Aiguille du Midi cable car
Built in 1955 at the cost of four lives, this cable car held the title of the world's longest single span cable car until the connection between Whistler and Blackcoomb was built a couple of years ago. - the Midi lift takes you from 1035m to 3842m.
At the top, the scenery is simply spectacular - you can see three countries, the best view of the Mont Blanc massif, and on a clear day you can even see Lake Leman poking between gaps in the landscape.
There is an exhibition showing how the cable car was constructed, and its colourful history:
A Short Colourful History of the Aiguille du Midi
In 1905, the first attempt to reach the Aiguille du Midi by lift was made by two Swiss engineers, however it took until 1924 before the first section, originally from Les Pelerins was opened. This never reached the summit, and was closed in 1951.
An Italian engineer, Count Dino Lora Totino, re-routed the lift to where it is now, and completed the cable car at a cost of 500 million francs, four lives, and five years of construction.
After the 3km cable was strung out, the five guides undertook the longest abseil in mountaineering history back to Plan d'Aiguille.
In 1961, a French fighter plane cut the cable of the Panoramic lift (that links the Aiguille du Midi with Pointe Helbronner in Italy) killing six occupants.
In 1971, a lift operator was killed when wind blew the cabin from the cable
In 1983, the bottom station was damaged in a dynamite explosion.
In 1999, the chief accountant embezzled 10 million francs and disappeared.
In 2004, the tractor cable was dropped during routine maintenance - and a cabin crashed into the lift station during out-of-hours testing.
In 2013, the opening of the "Step into the Void" - a five-sided glass box suspended above a 1000m drop.
Prices: Adult €55.00 return.
Montenvers Railway and Ice Cave
The Montenvers cog railway opened in 1908, and is one of the highlights of Chamonix valley.
The 5.1km line transports you from Chamonix town centre to Montenvers, with its imposing position overlooking the Mer du Glace glacier. The journey takes approximately 20 minutes, at a speed between 14 and 20 km/h.
Once you have arrived, there is a rock crystal museum, and an interesting exhibition showing the evolution of glaciers and the influence of global climate change. You can also visit the ice cave - a tunnel carved into the heart of the glacier every year, filled with ice sculptures illustrating alpine life in the early 19th century.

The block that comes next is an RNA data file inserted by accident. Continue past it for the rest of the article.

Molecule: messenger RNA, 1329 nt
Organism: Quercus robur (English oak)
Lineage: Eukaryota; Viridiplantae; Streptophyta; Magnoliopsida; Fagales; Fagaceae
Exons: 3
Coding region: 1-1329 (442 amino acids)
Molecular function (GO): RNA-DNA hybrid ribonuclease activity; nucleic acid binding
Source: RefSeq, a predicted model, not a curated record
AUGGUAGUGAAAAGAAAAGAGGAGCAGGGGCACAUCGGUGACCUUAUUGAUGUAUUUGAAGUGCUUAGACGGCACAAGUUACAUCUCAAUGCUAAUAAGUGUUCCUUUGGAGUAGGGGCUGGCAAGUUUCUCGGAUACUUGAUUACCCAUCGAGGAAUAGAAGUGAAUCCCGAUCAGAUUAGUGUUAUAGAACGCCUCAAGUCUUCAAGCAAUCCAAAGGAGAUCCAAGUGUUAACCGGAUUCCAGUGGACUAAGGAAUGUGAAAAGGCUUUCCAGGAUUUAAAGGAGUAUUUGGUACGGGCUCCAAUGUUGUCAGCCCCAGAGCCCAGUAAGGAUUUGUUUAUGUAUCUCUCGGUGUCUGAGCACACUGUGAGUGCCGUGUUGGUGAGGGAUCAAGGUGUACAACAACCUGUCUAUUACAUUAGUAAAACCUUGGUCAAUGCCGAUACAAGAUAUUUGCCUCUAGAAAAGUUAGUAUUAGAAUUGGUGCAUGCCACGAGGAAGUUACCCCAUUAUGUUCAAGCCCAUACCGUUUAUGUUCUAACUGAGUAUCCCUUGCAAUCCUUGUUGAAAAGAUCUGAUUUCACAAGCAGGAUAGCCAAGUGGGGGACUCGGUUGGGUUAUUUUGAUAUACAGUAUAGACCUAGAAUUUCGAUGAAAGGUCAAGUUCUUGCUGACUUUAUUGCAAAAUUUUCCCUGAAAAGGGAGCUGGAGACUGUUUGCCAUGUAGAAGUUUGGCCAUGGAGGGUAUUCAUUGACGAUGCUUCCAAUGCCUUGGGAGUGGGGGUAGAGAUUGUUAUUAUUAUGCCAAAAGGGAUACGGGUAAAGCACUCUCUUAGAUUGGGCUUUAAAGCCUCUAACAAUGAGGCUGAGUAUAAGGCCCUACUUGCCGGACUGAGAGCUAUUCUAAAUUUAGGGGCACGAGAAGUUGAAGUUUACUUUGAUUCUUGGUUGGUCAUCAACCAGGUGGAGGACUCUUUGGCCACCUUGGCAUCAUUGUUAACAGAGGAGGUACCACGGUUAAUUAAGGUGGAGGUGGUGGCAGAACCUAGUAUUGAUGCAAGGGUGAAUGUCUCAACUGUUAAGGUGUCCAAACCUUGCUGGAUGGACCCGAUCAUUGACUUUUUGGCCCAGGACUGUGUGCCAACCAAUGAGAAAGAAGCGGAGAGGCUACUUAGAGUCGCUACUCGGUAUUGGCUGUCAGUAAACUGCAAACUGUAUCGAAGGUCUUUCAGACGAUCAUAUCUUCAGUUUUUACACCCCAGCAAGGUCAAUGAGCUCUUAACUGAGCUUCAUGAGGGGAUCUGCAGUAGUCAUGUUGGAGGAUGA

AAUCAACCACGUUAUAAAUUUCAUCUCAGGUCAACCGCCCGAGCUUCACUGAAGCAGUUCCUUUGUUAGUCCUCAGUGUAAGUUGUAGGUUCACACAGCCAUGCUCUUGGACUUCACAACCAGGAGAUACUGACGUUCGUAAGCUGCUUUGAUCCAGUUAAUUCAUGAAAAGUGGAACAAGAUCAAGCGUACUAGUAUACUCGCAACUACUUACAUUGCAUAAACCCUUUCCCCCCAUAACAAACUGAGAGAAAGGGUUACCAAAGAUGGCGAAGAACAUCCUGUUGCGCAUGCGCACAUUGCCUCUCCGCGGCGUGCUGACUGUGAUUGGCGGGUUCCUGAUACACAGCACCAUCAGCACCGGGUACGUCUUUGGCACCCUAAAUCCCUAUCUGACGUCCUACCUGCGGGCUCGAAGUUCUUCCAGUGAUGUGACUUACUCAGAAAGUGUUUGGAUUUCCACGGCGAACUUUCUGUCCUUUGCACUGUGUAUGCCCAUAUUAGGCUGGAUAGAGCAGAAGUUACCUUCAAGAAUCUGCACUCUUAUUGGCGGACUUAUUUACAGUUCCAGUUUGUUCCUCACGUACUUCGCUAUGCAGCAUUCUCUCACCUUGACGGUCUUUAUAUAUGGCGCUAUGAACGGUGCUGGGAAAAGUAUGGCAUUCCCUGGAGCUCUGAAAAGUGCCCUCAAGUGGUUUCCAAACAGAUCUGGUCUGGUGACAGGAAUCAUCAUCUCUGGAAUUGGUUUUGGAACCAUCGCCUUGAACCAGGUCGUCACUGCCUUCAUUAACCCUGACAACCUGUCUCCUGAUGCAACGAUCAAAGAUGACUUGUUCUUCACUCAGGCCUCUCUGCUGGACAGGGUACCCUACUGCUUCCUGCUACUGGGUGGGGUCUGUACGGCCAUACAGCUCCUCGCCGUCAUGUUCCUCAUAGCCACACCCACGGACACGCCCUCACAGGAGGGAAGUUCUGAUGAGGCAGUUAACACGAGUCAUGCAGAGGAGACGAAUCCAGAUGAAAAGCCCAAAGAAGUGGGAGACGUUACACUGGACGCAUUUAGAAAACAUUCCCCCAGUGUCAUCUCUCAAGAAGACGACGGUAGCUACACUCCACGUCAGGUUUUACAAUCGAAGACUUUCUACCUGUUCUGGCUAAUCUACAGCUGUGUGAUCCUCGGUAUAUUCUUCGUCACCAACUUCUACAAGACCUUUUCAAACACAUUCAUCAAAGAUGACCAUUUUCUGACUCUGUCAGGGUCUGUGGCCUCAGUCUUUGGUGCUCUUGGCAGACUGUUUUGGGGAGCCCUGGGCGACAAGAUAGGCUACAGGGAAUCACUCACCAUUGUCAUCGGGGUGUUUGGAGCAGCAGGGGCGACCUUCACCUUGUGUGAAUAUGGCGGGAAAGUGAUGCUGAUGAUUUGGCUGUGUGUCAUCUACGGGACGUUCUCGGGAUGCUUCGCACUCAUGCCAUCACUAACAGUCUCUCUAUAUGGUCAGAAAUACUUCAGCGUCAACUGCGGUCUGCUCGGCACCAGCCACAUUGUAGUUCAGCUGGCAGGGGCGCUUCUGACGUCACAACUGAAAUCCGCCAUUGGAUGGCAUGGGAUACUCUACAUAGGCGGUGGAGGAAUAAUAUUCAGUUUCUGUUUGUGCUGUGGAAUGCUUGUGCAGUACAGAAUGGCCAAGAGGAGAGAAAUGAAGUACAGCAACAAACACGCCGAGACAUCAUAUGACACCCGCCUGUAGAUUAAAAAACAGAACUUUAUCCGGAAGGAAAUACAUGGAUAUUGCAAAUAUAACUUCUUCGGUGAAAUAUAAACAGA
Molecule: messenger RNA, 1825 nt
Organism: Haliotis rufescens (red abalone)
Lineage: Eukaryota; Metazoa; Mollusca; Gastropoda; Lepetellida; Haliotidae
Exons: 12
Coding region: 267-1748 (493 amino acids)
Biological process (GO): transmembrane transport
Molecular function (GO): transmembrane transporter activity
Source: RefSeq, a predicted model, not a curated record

The Grand Hotel du Montenvers opened in 1880 and is a great restaurant.
Prices: Adult €29.50 return.
Tramway du Mont Blanc
Starting in Le Fayet, the tramway comes up through St. Gervais, crosses the Col du Voza and Bellevue, and heads up to the Nid d'Aigle (Eagles Nest): a viewpoint at 2372m overlooking the Bionnassay Glacier.
The 12.4km line opened in 1907, with the intention to continue it up to the Aiguille du Goûter, however work stopped when World War I broke out in 1914, and was never resumed.
It takes one hour to go from Le Fayet to Bellevue
note: in Winter, the tramway finishes at Bellevue.
This fascinating museum hosts an impressive collection of alpine exhibitions and artefacts that relate to the surrounding mountains,
a large section dedicated to skiing and climbing, as well as other winter sports.
A gallery of photographs shows you how the mountains used to look like - together with some of the more remote parts of the area rarely visited by humans.
Open every day 2.00pm - 7.00pm.
Admission: Adult €5, Child (12-18) €1.50
Web site: more info on chamonix.com
89 avenue Michel Croz, zone piétonne, F-74400 Chamonix, Mont-Blanc +33 (0) 450 532 593
Foundation Pierre Gianadda
This impressive art gallery has exhibits on the works of Leonardo Da Vinci, an automobile museum, a sculpture park, and exhibits on Roman artifacts found in Martigny.
In 2013, it has exhibitions on Sam Szafran until the 16th June, and then Modigliani.
November - June: 10 h - 18 h
June - November: 9 h - 19 h
Admission: Adult €15, Family ticket €31.50
Web site : http://www.gianadda.ch
59 Rue du Forum, Martigny, Switzerland +41 27 722 39 78
In the centre of Les Houches, in a house dating from 1750, this exhibition presents a view of rural alpine life reconstructing the traditional rooms and objects of daily life.
It also houses the temporary exhibit, "L'Alpe homicide" or "Death in the Alpis" - showing 30 original drawings which appeared in the press between 1880 and 1950 depicting the various catastophies that took place.
Summer: open every day (except Tuesday) from 15:00 to 18:00
Guided visit every Monday and Wednesday at 17:00
Winter: open Mondays, Wednesdays and Fridays from 15:00 to 18:00
Guided visit every Friday at 17:00
2 rue d'Eglise, Les Houches +33 (0)4 50 54 54 74